White River Narrows

White River Narrows, in lower White River Valley, is a winding canyon formed during the Pleistocene (ca. 2.5 million to 11,700 years ago) and home to one of the largest concentrations of prehistoric rock art in eastern Nevada. It contains numerous rock art sites that collectively form a district covering some 4,000 acres that is listed on the National Register of Historic Places. White River Narrows Archaeological District was placed on the National Register of Historic Places in 1976.

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The petroglyphs at White River Narrows provide glimpses into the cultural lives of Native American peoples who lived by harvesting wild plants and animals from some 4,000 years ago until the nineteenth century. Although the exact meanings of the Narrows’ rock art may be unknowable, they mark the Narrows as a place important to those who made and used these galleries of ancient art. These petroglyphs continue today to be important to Native American peoples living in the region. The rock art consists of two styles, one associated with hunter-gatherers (Basin and Range tradition) and one with Fremont groups.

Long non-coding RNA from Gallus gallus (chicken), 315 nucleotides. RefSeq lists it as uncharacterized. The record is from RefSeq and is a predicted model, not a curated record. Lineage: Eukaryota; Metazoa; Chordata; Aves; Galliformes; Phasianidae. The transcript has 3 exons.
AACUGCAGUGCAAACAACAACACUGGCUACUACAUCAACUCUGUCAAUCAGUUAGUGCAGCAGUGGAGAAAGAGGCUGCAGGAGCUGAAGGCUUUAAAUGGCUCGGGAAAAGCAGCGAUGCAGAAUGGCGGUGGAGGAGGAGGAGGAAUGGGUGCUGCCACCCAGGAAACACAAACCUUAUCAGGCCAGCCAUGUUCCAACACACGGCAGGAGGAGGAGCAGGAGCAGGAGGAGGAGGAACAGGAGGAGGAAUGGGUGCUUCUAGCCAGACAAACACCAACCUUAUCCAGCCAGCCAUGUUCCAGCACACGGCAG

The entrance (dirt road) to White River Narrows Archaeological District is 23.0 miles from the intersection of State Route 375, State Route 318 and U.S. Route 93 (the “Y”). Traveling north on State Route 318 towards Ely, it is 4.1 miles past the “White River Narrows Archaeological District” sign and is on the right (east) side of the road. Traveling south from Ely, it is approximately 90 miles and is on the left (east) side of the road. A yellow BLM marker is just to the right of the dirt road. Go through the gate and continue 2.15 miles to the register.

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Courtesy T. Turner – Desert flowers in bloom